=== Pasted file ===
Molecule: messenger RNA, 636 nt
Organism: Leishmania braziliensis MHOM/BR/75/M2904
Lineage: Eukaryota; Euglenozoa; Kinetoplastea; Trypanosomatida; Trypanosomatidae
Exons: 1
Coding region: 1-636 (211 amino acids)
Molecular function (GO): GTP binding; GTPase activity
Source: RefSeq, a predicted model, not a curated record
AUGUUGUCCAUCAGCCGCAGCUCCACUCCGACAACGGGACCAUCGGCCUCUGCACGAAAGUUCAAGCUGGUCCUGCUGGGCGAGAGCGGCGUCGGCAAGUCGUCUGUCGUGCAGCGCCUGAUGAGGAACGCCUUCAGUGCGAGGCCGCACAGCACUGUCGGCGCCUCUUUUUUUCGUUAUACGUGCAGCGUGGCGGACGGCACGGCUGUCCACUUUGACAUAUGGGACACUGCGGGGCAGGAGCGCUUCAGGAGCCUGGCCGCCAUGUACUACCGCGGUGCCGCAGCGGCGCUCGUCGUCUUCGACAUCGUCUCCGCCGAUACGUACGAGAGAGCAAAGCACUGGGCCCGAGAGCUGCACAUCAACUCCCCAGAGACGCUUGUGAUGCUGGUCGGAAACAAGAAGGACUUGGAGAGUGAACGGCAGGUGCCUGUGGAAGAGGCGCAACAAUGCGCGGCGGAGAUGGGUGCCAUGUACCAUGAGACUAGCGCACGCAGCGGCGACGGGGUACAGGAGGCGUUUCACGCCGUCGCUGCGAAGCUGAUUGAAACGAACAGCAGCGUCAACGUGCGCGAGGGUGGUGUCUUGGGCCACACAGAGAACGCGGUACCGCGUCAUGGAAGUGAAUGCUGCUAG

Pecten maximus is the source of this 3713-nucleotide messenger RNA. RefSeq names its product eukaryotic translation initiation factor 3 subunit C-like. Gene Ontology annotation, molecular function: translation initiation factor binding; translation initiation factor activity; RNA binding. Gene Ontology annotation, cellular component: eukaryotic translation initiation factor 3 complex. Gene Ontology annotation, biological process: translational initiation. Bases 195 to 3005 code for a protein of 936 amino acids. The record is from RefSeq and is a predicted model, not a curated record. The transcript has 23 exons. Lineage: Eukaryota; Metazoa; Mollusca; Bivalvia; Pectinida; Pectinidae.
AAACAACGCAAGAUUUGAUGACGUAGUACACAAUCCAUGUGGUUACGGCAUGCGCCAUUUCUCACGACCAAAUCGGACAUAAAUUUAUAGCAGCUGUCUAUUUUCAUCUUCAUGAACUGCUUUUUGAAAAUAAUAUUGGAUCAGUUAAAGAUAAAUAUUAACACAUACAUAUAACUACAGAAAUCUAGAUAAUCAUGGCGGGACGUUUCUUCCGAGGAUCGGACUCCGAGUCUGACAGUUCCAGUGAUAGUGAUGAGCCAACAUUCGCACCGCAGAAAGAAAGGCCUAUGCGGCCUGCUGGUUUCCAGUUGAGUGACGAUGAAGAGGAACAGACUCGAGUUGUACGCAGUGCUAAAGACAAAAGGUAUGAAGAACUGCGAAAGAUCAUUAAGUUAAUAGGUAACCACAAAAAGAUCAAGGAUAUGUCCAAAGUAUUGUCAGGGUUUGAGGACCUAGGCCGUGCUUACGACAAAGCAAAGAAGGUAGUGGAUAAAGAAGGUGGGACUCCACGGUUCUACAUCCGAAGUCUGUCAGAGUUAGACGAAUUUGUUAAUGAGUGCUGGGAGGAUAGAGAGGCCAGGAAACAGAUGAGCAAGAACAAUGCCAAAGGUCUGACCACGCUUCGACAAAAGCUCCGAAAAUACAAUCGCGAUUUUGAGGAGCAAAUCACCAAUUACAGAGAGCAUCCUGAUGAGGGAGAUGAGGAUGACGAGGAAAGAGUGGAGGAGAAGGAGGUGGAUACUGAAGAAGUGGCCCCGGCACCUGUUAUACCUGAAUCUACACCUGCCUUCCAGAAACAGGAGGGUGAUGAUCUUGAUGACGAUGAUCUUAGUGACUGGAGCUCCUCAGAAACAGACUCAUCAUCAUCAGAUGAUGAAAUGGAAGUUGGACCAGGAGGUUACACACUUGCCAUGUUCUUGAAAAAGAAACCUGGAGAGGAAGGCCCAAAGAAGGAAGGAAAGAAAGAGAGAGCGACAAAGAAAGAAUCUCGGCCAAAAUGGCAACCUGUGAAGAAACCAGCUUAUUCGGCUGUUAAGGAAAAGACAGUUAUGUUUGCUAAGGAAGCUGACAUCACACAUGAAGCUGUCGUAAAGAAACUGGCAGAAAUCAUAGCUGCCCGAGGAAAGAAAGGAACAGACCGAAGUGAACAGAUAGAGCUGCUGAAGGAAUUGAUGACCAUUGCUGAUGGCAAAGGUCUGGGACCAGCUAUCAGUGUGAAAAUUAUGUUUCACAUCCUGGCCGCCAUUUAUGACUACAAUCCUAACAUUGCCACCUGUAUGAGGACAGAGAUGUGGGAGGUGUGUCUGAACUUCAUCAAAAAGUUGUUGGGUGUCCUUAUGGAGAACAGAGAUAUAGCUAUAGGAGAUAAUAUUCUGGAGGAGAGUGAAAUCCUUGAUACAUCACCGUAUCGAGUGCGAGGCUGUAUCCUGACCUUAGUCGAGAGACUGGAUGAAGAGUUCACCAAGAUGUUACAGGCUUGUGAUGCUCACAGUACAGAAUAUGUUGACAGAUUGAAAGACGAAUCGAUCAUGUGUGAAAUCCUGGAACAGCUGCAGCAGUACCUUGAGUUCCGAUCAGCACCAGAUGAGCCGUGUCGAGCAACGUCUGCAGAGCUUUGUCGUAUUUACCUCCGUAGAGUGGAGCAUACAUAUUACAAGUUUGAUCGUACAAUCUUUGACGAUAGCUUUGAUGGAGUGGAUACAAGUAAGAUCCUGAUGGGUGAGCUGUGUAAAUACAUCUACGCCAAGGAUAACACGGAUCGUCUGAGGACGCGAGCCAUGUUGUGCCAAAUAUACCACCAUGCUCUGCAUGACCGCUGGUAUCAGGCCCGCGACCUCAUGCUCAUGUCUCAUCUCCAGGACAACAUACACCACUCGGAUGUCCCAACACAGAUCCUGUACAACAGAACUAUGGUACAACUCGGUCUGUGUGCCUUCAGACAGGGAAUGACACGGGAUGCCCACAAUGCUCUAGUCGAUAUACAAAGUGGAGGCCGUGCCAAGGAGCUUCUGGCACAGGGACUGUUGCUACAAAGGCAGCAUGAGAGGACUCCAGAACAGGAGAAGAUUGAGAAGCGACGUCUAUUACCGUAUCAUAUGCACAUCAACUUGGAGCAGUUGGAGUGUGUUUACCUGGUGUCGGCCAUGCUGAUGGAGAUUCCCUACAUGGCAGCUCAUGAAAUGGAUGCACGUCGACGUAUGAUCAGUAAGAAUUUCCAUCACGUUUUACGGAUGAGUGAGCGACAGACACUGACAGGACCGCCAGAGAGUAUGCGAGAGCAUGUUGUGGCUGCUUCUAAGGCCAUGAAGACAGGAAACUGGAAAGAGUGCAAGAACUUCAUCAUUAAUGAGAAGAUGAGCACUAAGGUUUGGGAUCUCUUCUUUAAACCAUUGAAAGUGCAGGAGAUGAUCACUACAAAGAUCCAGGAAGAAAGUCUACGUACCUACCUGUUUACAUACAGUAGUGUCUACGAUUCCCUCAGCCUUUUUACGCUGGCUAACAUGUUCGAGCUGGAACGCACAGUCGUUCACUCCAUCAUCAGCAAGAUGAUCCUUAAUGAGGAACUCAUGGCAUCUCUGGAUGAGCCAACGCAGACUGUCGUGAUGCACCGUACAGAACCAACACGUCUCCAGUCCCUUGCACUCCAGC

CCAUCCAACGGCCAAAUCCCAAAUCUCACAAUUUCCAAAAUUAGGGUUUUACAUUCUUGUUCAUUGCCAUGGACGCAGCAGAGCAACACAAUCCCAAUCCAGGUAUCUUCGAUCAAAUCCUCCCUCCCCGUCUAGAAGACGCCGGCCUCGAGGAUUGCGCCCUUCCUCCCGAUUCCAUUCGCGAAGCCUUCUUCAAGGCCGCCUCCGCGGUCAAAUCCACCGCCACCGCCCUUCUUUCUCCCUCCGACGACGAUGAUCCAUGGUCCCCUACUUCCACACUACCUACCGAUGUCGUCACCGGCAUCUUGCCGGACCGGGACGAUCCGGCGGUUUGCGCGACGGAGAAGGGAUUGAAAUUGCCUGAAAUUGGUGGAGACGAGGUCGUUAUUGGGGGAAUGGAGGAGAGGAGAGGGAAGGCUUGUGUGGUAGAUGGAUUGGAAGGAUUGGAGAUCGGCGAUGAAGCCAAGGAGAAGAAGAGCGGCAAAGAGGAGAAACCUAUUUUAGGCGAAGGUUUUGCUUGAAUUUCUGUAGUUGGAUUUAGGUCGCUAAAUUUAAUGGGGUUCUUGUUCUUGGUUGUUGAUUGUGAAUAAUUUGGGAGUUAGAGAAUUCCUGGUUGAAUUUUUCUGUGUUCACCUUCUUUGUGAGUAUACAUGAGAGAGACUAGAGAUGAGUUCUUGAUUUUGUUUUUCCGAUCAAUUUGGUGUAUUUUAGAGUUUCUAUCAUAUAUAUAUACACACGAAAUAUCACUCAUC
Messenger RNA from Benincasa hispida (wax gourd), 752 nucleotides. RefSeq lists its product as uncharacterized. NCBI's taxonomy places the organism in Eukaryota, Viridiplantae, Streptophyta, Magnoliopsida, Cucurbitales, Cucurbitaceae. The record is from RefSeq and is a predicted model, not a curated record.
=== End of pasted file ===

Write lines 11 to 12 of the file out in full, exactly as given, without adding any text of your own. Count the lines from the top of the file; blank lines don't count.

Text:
CCAUCCAACGGCCAAAUCCCAAAUCUCACAAUUUCCAAAAUUAGGGUUUUACAUUCUUGUUCAUUGCCAUGGACGCAGCAGAGCAACACAAUCCCAAUCCAGGUAUCUUCGAUCAAAUCCUCCCUCCCCGUCUAGAAGACGCCGGCCUCGAGGAUUGCGCCCUUCCUCCCGAUUCCAUUCGCGAAGCCUUCUUCAAGGCCGCCUCCGCGGUCAAAUCCACCGCCACCGCCCUUCUUUCUCCCUCCGACGACGAUGAUCCAUGGUCCCCUACUUCCACACUACCUACCGAUGUCGUCACCGGCAUCUUGCCGGACCGGGACGAUCCGGCGGUUUGCGCGACGGAGAAGGGAUUGAAAUUGCCUGAAAUUGGUGGAGACGAGGUCGUUAUUGGGGGAAUGGAGGAGAGGAGAGGGAAGGCUUGUGUGGUAGAUGGAUUGGAAGGAUUGGAGAUCGGCGAUGAAGCCAAGGAGAAGAAGAGCGGCAAAGAGGAGAAACCUAUUUUAGGCGAAGGUUUUGCUUGAAUUUCUGUAGUUGGAUUUAGGUCGCUAAAUUUAAUGGGGUUCUUGUUCUUGGUUGUUGAUUGUGAAUAAUUUGGGAGUUAGAGAAUUCCUGGUUGAAUUUUUCUGUGUUCACCUUCUUUGUGAGUAUACAUGAGAGAGACUAGAGAUGAGUUCUUGAUUUUGUUUUUCCGAUCAAUUUGGUGUAUUUUAGAGUUUCUAUCAUAUAUAUAUACACACGAAAUAUCACUCAUC
Messenger RNA from Benincasa hispida (wax gourd), 752 nucleotides. RefSeq lists its product as uncharacterized. NCBI's taxonomy places the organism in Eukaryota, Viridiplantae, Streptophyta, Magnoliopsida, Cucurbitales, Cucurbitaceae. The record is from RefSeq and is a predicted model, not a curated record.